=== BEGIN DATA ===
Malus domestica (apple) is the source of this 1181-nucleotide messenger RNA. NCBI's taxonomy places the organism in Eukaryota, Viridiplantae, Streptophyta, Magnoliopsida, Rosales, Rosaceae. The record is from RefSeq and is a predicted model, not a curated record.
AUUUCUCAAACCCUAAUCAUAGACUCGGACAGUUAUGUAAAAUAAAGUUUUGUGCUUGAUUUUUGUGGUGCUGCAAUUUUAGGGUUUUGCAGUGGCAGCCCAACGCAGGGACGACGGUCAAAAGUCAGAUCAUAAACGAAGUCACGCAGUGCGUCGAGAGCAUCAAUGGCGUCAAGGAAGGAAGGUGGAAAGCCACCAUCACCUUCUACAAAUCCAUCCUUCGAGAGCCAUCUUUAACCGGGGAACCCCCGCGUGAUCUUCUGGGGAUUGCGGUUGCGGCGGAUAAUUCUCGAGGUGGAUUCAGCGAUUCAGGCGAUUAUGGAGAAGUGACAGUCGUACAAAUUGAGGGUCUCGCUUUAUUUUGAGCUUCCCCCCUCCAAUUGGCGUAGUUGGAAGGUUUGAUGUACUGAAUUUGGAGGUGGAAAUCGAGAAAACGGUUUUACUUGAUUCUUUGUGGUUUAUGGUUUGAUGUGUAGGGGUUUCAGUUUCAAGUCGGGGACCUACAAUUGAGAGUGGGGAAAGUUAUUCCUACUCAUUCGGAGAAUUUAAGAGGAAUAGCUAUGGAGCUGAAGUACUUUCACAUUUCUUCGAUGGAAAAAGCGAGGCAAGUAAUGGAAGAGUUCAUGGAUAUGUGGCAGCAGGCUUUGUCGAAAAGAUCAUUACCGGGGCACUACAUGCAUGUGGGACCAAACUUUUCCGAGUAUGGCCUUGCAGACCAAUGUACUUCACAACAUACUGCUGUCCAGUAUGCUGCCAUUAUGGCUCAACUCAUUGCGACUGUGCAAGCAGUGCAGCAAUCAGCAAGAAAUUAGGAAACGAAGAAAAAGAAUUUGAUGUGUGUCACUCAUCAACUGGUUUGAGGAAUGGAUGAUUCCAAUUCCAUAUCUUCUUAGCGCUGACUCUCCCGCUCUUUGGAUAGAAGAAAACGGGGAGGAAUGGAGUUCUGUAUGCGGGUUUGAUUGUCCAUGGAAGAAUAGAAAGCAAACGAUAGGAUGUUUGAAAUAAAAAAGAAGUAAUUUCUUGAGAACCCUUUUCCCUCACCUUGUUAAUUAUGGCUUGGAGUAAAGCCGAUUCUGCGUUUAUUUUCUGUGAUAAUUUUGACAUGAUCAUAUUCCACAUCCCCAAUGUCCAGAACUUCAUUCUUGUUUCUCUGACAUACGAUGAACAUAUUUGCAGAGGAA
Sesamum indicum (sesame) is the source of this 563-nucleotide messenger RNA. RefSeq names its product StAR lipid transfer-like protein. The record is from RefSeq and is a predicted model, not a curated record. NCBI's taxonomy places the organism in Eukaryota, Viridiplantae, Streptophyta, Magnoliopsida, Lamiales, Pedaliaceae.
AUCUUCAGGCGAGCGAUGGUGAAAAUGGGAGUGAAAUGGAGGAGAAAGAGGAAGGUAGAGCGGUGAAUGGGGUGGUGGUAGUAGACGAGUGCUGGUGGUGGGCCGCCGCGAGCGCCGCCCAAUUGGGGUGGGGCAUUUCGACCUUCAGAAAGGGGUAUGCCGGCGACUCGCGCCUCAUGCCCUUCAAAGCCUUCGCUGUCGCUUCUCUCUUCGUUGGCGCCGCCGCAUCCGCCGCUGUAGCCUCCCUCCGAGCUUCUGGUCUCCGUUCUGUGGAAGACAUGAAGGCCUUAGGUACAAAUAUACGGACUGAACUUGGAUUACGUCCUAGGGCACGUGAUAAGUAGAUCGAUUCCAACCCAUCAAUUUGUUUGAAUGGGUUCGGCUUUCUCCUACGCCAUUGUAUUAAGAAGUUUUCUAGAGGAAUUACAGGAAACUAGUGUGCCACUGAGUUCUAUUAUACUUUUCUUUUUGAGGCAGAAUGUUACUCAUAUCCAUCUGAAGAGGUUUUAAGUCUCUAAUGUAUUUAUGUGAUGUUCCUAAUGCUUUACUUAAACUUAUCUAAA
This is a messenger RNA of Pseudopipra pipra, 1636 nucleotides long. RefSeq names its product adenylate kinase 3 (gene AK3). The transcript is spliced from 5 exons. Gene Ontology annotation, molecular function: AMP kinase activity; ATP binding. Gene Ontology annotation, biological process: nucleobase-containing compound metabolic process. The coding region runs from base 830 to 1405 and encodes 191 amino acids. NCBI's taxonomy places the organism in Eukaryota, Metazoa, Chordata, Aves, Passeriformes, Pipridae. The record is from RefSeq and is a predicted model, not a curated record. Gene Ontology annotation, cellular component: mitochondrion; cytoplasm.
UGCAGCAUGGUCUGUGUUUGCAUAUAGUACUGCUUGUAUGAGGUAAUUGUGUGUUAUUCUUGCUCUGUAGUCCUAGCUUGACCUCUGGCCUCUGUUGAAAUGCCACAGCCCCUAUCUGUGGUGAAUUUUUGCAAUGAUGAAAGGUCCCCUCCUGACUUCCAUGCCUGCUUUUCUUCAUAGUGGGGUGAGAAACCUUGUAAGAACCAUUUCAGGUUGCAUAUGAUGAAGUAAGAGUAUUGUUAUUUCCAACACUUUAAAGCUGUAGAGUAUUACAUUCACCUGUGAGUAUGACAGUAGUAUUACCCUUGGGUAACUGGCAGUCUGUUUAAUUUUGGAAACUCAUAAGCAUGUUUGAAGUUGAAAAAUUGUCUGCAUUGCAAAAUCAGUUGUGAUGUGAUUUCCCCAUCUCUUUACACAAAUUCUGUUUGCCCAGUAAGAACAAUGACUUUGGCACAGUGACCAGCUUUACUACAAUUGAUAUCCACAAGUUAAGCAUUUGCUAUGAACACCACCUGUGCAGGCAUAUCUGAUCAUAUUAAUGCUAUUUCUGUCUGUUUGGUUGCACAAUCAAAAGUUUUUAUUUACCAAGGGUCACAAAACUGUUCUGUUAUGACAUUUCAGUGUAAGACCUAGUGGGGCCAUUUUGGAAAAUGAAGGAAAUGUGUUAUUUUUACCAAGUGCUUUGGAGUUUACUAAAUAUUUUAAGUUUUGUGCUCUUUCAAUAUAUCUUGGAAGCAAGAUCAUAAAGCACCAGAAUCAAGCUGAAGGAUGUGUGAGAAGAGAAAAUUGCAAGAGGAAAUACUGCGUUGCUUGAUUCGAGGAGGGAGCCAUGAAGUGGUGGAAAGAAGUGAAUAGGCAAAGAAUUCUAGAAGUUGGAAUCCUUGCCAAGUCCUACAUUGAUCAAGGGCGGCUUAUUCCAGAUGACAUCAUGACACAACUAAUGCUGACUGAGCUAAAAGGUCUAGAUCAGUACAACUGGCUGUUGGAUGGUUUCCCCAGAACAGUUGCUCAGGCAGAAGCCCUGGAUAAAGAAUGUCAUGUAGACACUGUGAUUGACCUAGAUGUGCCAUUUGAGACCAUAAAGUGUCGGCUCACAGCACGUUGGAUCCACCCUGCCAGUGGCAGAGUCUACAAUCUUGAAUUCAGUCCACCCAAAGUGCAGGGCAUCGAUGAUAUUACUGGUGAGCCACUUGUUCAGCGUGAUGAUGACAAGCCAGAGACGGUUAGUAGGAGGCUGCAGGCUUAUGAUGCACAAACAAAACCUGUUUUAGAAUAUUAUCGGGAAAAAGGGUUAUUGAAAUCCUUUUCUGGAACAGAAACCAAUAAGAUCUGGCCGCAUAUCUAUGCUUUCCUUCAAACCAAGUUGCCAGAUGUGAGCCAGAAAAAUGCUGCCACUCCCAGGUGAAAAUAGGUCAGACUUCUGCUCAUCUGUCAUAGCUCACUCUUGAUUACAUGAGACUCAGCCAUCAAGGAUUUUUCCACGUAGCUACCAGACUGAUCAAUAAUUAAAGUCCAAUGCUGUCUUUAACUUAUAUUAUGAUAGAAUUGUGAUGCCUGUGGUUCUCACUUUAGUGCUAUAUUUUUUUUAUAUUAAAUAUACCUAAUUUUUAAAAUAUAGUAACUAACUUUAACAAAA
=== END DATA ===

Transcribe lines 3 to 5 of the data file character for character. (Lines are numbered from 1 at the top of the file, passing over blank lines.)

Sesamum indicum (sesame) is the source of this 563-nucleotide messenger RNA. RefSeq names its product StAR lipid transfer-like protein. The record is from RefSeq and is a predicted model, not a curated record. NCBI's taxonomy places the organism in Eukaryota, Viridiplantae, Streptophyta, Magnoliopsida, Lamiales, Pedaliaceae.
AUCUUCAGGCGAGCGAUGGUGAAAAUGGGAGUGAAAUGGAGGAGAAAGAGGAAGGUAGAGCGGUGAAUGGGGUGGUGGUAGUAGACGAGUGCUGGUGGUGGGCCGCCGCGAGCGCCGCCCAAUUGGGGUGGGGCAUUUCGACCUUCAGAAAGGGGUAUGCCGGCGACUCGCGCCUCAUGCCCUUCAAAGCCUUCGCUGUCGCUUCUCUCUUCGUUGGCGCCGCCGCAUCCGCCGCUGUAGCCUCCCUCCGAGCUUCUGGUCUCCGUUCUGUGGAAGACAUGAAGGCCUUAGGUACAAAUAUACGGACUGAACUUGGAUUACGUCCUAGGGCACGUGAUAAGUAGAUCGAUUCCAACCCAUCAAUUUGUUUGAAUGGGUUCGGCUUUCUCCUACGCCAUUGUAUUAAGAAGUUUUCUAGAGGAAUUACAGGAAACUAGUGUGCCACUGAGUUCUAUUAUACUUUUCUUUUUGAGGCAGAAUGUUACUCAUAUCCAUCUGAAGAGGUUUUAAGUCUCUAAUGUAUUUAUGUGAUGUUCCUAAUGCUUUACUUAAACUUAUCUAAA
This is a messenger RNA of Pseudopipra pipra, 1636 nucleotides long. RefSeq names its product adenylate kinase 3 (gene AK3). The transcript is spliced from 5 exons. Gene Ontology annotation, molecular function: AMP kinase activity; ATP binding. Gene Ontology annotation, biological process: nucleobase-containing compound metabolic process. The coding region runs from base 830 to 1405 and encodes 191 amino acids. NCBI's taxonomy places the organism in Eukaryota, Metazoa, Chordata, Aves, Passeriformes, Pipridae. The record is from RefSeq and is a predicted model, not a curated record. Gene Ontology annotation, cellular component: mitochondrion; cytoplasm.